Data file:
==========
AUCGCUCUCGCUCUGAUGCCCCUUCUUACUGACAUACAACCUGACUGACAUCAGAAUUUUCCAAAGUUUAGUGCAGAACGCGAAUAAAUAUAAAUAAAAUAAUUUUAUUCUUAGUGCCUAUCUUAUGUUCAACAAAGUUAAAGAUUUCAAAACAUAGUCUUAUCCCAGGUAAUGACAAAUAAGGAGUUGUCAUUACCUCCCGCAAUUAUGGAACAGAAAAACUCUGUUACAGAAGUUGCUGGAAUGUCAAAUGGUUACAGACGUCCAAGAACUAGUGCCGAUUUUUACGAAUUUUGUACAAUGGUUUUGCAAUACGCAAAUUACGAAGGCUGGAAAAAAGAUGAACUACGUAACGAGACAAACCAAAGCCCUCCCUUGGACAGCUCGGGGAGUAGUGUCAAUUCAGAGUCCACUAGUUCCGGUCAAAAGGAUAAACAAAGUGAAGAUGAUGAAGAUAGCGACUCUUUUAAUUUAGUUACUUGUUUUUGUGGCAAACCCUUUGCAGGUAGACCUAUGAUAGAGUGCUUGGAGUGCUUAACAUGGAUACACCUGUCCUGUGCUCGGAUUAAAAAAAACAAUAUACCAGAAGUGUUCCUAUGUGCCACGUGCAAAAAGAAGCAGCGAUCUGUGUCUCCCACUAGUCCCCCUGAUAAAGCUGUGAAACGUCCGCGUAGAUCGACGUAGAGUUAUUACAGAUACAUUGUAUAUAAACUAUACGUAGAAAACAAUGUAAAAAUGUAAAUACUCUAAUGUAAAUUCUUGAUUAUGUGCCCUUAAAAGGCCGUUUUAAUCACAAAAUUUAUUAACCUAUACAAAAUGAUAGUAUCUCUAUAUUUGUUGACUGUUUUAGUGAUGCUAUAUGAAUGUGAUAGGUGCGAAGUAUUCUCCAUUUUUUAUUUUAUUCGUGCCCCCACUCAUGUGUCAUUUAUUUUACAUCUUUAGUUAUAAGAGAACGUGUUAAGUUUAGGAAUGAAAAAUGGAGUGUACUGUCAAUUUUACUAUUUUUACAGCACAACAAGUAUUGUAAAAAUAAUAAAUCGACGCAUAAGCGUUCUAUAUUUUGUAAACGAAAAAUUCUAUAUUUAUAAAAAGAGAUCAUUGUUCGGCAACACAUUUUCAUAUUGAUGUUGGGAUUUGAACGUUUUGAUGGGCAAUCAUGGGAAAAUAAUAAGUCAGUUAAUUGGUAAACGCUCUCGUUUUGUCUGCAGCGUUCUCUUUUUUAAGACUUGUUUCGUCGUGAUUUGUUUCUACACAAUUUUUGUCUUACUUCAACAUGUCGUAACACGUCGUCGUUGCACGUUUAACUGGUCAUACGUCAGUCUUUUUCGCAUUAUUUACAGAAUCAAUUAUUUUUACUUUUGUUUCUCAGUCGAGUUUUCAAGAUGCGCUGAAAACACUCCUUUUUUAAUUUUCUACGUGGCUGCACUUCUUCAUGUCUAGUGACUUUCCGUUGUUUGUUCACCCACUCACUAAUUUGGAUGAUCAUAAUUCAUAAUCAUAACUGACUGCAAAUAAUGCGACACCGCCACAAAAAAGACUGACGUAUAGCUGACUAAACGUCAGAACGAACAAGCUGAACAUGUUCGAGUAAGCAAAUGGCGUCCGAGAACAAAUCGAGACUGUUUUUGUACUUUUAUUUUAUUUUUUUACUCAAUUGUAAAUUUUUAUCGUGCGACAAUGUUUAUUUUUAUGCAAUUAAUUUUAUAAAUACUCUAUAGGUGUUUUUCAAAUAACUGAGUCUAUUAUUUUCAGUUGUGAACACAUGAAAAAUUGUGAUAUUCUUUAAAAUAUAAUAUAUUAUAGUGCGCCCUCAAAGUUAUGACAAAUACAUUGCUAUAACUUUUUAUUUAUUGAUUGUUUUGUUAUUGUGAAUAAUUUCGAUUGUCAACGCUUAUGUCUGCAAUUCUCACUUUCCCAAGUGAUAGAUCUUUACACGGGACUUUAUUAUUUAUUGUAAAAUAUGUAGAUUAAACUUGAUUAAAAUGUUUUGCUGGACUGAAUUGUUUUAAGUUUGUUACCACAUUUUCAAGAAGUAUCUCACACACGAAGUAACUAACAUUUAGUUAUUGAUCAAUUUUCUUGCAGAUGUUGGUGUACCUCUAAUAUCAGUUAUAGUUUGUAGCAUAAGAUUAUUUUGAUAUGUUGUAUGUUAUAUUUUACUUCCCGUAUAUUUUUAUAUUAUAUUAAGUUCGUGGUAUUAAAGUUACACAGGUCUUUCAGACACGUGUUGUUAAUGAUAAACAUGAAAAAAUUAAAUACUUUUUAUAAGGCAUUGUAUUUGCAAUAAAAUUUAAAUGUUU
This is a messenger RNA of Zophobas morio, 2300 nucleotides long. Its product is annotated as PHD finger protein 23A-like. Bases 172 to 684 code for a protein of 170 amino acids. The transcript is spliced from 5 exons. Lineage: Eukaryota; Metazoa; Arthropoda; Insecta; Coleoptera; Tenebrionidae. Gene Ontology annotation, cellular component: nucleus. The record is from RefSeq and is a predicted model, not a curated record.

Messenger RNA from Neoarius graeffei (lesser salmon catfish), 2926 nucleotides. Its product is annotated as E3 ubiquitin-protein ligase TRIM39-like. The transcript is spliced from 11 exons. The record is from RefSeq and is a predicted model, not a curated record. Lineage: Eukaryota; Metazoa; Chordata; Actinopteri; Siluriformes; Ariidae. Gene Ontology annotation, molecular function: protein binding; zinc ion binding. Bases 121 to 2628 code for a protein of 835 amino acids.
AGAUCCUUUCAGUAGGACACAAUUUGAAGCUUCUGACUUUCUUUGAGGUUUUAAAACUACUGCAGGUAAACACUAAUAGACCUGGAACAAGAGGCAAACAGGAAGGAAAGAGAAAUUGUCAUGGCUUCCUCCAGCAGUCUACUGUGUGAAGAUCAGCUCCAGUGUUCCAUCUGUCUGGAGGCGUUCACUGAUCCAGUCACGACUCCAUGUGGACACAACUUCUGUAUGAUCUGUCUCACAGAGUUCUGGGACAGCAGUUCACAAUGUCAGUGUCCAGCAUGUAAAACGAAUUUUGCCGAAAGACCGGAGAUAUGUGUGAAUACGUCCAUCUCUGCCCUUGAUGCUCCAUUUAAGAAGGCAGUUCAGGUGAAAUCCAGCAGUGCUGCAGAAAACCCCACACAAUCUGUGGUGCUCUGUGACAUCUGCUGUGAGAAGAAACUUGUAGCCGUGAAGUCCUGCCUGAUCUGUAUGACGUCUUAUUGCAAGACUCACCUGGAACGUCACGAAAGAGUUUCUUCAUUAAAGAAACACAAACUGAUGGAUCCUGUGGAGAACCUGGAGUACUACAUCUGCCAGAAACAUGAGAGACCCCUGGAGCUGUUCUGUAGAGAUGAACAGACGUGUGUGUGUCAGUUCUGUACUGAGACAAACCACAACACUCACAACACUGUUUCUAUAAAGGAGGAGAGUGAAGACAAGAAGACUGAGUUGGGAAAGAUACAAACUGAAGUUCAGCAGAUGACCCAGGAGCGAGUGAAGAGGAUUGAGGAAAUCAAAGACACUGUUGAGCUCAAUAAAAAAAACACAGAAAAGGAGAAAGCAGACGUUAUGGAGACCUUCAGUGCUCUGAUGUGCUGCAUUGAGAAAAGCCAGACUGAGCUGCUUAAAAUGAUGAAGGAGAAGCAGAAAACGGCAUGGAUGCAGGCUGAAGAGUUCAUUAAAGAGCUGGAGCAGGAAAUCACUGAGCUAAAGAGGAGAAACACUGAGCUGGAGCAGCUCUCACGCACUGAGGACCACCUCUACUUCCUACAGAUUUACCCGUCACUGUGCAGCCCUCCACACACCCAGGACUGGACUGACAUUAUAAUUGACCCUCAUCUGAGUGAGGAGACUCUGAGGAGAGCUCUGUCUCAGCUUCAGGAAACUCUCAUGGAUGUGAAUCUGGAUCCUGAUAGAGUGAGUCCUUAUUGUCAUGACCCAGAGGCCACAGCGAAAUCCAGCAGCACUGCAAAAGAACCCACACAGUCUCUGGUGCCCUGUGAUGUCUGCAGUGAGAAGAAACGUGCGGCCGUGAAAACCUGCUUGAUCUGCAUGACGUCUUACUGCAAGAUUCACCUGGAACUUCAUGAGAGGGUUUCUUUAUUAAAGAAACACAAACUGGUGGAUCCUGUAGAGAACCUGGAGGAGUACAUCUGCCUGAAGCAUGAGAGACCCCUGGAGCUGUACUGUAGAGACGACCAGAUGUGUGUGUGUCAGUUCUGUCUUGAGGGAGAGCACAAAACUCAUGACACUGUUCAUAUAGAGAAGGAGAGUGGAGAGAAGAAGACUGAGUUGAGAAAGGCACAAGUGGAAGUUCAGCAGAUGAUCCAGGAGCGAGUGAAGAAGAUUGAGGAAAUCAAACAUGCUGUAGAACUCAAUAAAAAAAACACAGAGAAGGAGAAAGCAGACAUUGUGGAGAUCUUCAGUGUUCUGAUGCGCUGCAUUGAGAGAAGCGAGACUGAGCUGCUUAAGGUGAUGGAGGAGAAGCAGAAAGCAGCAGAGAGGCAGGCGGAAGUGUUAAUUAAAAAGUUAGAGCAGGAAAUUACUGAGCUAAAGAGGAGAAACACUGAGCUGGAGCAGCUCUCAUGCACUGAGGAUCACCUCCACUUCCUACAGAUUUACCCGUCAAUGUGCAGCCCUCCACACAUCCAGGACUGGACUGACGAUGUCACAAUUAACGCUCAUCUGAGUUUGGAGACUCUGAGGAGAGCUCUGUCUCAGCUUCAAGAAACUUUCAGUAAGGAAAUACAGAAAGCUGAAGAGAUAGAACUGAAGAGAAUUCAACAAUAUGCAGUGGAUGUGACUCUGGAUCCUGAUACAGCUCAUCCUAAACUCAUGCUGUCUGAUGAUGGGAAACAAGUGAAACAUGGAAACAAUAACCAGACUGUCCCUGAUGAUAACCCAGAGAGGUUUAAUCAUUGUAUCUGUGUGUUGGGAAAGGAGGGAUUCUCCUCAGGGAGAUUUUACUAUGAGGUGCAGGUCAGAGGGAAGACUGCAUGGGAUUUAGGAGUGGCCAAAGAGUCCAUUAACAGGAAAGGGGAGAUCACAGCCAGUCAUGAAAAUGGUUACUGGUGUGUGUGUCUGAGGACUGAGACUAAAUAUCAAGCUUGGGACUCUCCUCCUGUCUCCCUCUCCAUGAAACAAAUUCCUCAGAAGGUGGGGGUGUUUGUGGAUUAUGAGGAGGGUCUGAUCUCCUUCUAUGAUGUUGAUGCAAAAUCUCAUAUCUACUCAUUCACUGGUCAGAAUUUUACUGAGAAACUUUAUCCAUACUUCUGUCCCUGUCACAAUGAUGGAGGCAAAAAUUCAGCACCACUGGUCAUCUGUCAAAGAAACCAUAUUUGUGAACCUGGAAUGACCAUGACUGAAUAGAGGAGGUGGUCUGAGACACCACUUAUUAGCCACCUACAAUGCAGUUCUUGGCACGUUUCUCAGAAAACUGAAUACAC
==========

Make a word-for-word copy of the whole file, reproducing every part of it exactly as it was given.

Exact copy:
AUCGCUCUCGCUCUGAUGCCCCUUCUUACUGACAUACAACCUGACUGACAUCAGAAUUUUCCAAAGUUUAGUGCAGAACGCGAAUAAAUAUAAAUAAAAUAAUUUUAUUCUUAGUGCCUAUCUUAUGUUCAACAAAGUUAAAGAUUUCAAAACAUAGUCUUAUCCCAGGUAAUGACAAAUAAGGAGUUGUCAUUACCUCCCGCAAUUAUGGAACAGAAAAACUCUGUUACAGAAGUUGCUGGAAUGUCAAAUGGUUACAGACGUCCAAGAACUAGUGCCGAUUUUUACGAAUUUUGUACAAUGGUUUUGCAAUACGCAAAUUACGAAGGCUGGAAAAAAGAUGAACUACGUAACGAGACAAACCAAAGCCCUCCCUUGGACAGCUCGGGGAGUAGUGUCAAUUCAGAGUCCACUAGUUCCGGUCAAAAGGAUAAACAAAGUGAAGAUGAUGAAGAUAGCGACUCUUUUAAUUUAGUUACUUGUUUUUGUGGCAAACCCUUUGCAGGUAGACCUAUGAUAGAGUGCUUGGAGUGCUUAACAUGGAUACACCUGUCCUGUGCUCGGAUUAAAAAAAACAAUAUACCAGAAGUGUUCCUAUGUGCCACGUGCAAAAAGAAGCAGCGAUCUGUGUCUCCCACUAGUCCCCCUGAUAAAGCUGUGAAACGUCCGCGUAGAUCGACGUAGAGUUAUUACAGAUACAUUGUAUAUAAACUAUACGUAGAAAACAAUGUAAAAAUGUAAAUACUCUAAUGUAAAUUCUUGAUUAUGUGCCCUUAAAAGGCCGUUUUAAUCACAAAAUUUAUUAACCUAUACAAAAUGAUAGUAUCUCUAUAUUUGUUGACUGUUUUAGUGAUGCUAUAUGAAUGUGAUAGGUGCGAAGUAUUCUCCAUUUUUUAUUUUAUUCGUGCCCCCACUCAUGUGUCAUUUAUUUUACAUCUUUAGUUAUAAGAGAACGUGUUAAGUUUAGGAAUGAAAAAUGGAGUGUACUGUCAAUUUUACUAUUUUUACAGCACAACAAGUAUUGUAAAAAUAAUAAAUCGACGCAUAAGCGUUCUAUAUUUUGUAAACGAAAAAUUCUAUAUUUAUAAAAAGAGAUCAUUGUUCGGCAACACAUUUUCAUAUUGAUGUUGGGAUUUGAACGUUUUGAUGGGCAAUCAUGGGAAAAUAAUAAGUCAGUUAAUUGGUAAACGCUCUCGUUUUGUCUGCAGCGUUCUCUUUUUUAAGACUUGUUUCGUCGUGAUUUGUUUCUACACAAUUUUUGUCUUACUUCAACAUGUCGUAACACGUCGUCGUUGCACGUUUAACUGGUCAUACGUCAGUCUUUUUCGCAUUAUUUACAGAAUCAAUUAUUUUUACUUUUGUUUCUCAGUCGAGUUUUCAAGAUGCGCUGAAAACACUCCUUUUUUAAUUUUCUACGUGGCUGCACUUCUUCAUGUCUAGUGACUUUCCGUUGUUUGUUCACCCACUCACUAAUUUGGAUGAUCAUAAUUCAUAAUCAUAACUGACUGCAAAUAAUGCGACACCGCCACAAAAAAGACUGACGUAUAGCUGACUAAACGUCAGAACGAACAAGCUGAACAUGUUCGAGUAAGCAAAUGGCGUCCGAGAACAAAUCGAGACUGUUUUUGUACUUUUAUUUUAUUUUUUUACUCAAUUGUAAAUUUUUAUCGUGCGACAAUGUUUAUUUUUAUGCAAUUAAUUUUAUAAAUACUCUAUAGGUGUUUUUCAAAUAACUGAGUCUAUUAUUUUCAGUUGUGAACACAUGAAAAAUUGUGAUAUUCUUUAAAAUAUAAUAUAUUAUAGUGCGCCCUCAAAGUUAUGACAAAUACAUUGCUAUAACUUUUUAUUUAUUGAUUGUUUUGUUAUUGUGAAUAAUUUCGAUUGUCAACGCUUAUGUCUGCAAUUCUCACUUUCCCAAGUGAUAGAUCUUUACACGGGACUUUAUUAUUUAUUGUAAAAUAUGUAGAUUAAACUUGAUUAAAAUGUUUUGCUGGACUGAAUUGUUUUAAGUUUGUUACCACAUUUUCAAGAAGUAUCUCACACACGAAGUAACUAACAUUUAGUUAUUGAUCAAUUUUCUUGCAGAUGUUGGUGUACCUCUAAUAUCAGUUAUAGUUUGUAGCAUAAGAUUAUUUUGAUAUGUUGUAUGUUAUAUUUUACUUCCCGUAUAUUUUUAUAUUAUAUUAAGUUCGUGGUAUUAAAGUUACACAGGUCUUUCAGACACGUGUUGUUAAUGAUAAACAUGAAAAAAUUAAAUACUUUUUAUAAGGCAUUGUAUUUGCAAUAAAAUUUAAAUGUUU
This is a messenger RNA of Zophobas morio, 2300 nucleotides long. Its product is annotated as PHD finger protein 23A-like. Bases 172 to 684 code for a protein of 170 amino acids. The transcript is spliced from 5 exons. Lineage: Eukaryota; Metazoa; Arthropoda; Insecta; Coleoptera; Tenebrionidae. Gene Ontology annotation, cellular component: nucleus. The record is from RefSeq and is a predicted model, not a curated record.

Messenger RNA from Neoarius graeffei (lesser salmon catfish), 2926 nucleotides. Its product is annotated as E3 ubiquitin-protein ligase TRIM39-like. The transcript is spliced from 11 exons. The record is from RefSeq and is a predicted model, not a curated record. Lineage: Eukaryota; Metazoa; Chordata; Actinopteri; Siluriformes; Ariidae. Gene Ontology annotation, molecular function: protein binding; zinc ion binding. Bases 121 to 2628 code for a protein of 835 amino acids.
AGAUCCUUUCAGUAGGACACAAUUUGAAGCUUCUGACUUUCUUUGAGGUUUUAAAACUACUGCAGGUAAACACUAAUAGACCUGGAACAAGAGGCAAACAGGAAGGAAAGAGAAAUUGUCAUGGCUUCCUCCAGCAGUCUACUGUGUGAAGAUCAGCUCCAGUGUUCCAUCUGUCUGGAGGCGUUCACUGAUCCAGUCACGACUCCAUGUGGACACAACUUCUGUAUGAUCUGUCUCACAGAGUUCUGGGACAGCAGUUCACAAUGUCAGUGUCCAGCAUGUAAAACGAAUUUUGCCGAAAGACCGGAGAUAUGUGUGAAUACGUCCAUCUCUGCCCUUGAUGCUCCAUUUAAGAAGGCAGUUCAGGUGAAAUCCAGCAGUGCUGCAGAAAACCCCACACAAUCUGUGGUGCUCUGUGACAUCUGCUGUGAGAAGAAACUUGUAGCCGUGAAGUCCUGCCUGAUCUGUAUGACGUCUUAUUGCAAGACUCACCUGGAACGUCACGAAAGAGUUUCUUCAUUAAAGAAACACAAACUGAUGGAUCCUGUGGAGAACCUGGAGUACUACAUCUGCCAGAAACAUGAGAGACCCCUGGAGCUGUUCUGUAGAGAUGAACAGACGUGUGUGUGUCAGUUCUGUACUGAGACAAACCACAACACUCACAACACUGUUUCUAUAAAGGAGGAGAGUGAAGACAAGAAGACUGAGUUGGGAAAGAUACAAACUGAAGUUCAGCAGAUGACCCAGGAGCGAGUGAAGAGGAUUGAGGAAAUCAAAGACACUGUUGAGCUCAAUAAAAAAAACACAGAAAAGGAGAAAGCAGACGUUAUGGAGACCUUCAGUGCUCUGAUGUGCUGCAUUGAGAAAAGCCAGACUGAGCUGCUUAAAAUGAUGAAGGAGAAGCAGAAAACGGCAUGGAUGCAGGCUGAAGAGUUCAUUAAAGAGCUGGAGCAGGAAAUCACUGAGCUAAAGAGGAGAAACACUGAGCUGGAGCAGCUCUCACGCACUGAGGACCACCUCUACUUCCUACAGAUUUACCCGUCACUGUGCAGCCCUCCACACACCCAGGACUGGACUGACAUUAUAAUUGACCCUCAUCUGAGUGAGGAGACUCUGAGGAGAGCUCUGUCUCAGCUUCAGGAAACUCUCAUGGAUGUGAAUCUGGAUCCUGAUAGAGUGAGUCCUUAUUGUCAUGACCCAGAGGCCACAGCGAAAUCCAGCAGCACUGCAAAAGAACCCACACAGUCUCUGGUGCCCUGUGAUGUCUGCAGUGAGAAGAAACGUGCGGCCGUGAAAACCUGCUUGAUCUGCAUGACGUCUUACUGCAAGAUUCACCUGGAACUUCAUGAGAGGGUUUCUUUAUUAAAGAAACACAAACUGGUGGAUCCUGUAGAGAACCUGGAGGAGUACAUCUGCCUGAAGCAUGAGAGACCCCUGGAGCUGUACUGUAGAGACGACCAGAUGUGUGUGUGUCAGUUCUGUCUUGAGGGAGAGCACAAAACUCAUGACACUGUUCAUAUAGAGAAGGAGAGUGGAGAGAAGAAGACUGAGUUGAGAAAGGCACAAGUGGAAGUUCAGCAGAUGAUCCAGGAGCGAGUGAAGAAGAUUGAGGAAAUCAAACAUGCUGUAGAACUCAAUAAAAAAAACACAGAGAAGGAGAAAGCAGACAUUGUGGAGAUCUUCAGUGUUCUGAUGCGCUGCAUUGAGAGAAGCGAGACUGAGCUGCUUAAGGUGAUGGAGGAGAAGCAGAAAGCAGCAGAGAGGCAGGCGGAAGUGUUAAUUAAAAAGUUAGAGCAGGAAAUUACUGAGCUAAAGAGGAGAAACACUGAGCUGGAGCAGCUCUCAUGCACUGAGGAUCACCUCCACUUCCUACAGAUUUACCCGUCAAUGUGCAGCCCUCCACACAUCCAGGACUGGACUGACGAUGUCACAAUUAACGCUCAUCUGAGUUUGGAGACUCUGAGGAGAGCUCUGUCUCAGCUUCAAGAAACUUUCAGUAAGGAAAUACAGAAAGCUGAAGAGAUAGAACUGAAGAGAAUUCAACAAUAUGCAGUGGAUGUGACUCUGGAUCCUGAUACAGCUCAUCCUAAACUCAUGCUGUCUGAUGAUGGGAAACAAGUGAAACAUGGAAACAAUAACCAGACUGUCCCUGAUGAUAACCCAGAGAGGUUUAAUCAUUGUAUCUGUGUGUUGGGAAAGGAGGGAUUCUCCUCAGGGAGAUUUUACUAUGAGGUGCAGGUCAGAGGGAAGACUGCAUGGGAUUUAGGAGUGGCCAAAGAGUCCAUUAACAGGAAAGGGGAGAUCACAGCCAGUCAUGAAAAUGGUUACUGGUGUGUGUGUCUGAGGACUGAGACUAAAUAUCAAGCUUGGGACUCUCCUCCUGUCUCCCUCUCCAUGAAACAAAUUCCUCAGAAGGUGGGGGUGUUUGUGGAUUAUGAGGAGGGUCUGAUCUCCUUCUAUGAUGUUGAUGCAAAAUCUCAUAUCUACUCAUUCACUGGUCAGAAUUUUACUGAGAAACUUUAUCCAUACUUCUGUCCCUGUCACAAUGAUGGAGGCAAAAAUUCAGCACCACUGGUCAUCUGUCAAAGAAACCAUAUUUGUGAACCUGGAAUGACCAUGACUGAAUAGAGGAGGUGGUCUGAGACACCACUUAUUAGCCACCUACAAUGCAGUUCUUGGCACGUUUCUCAGAAAACUGAAUACAC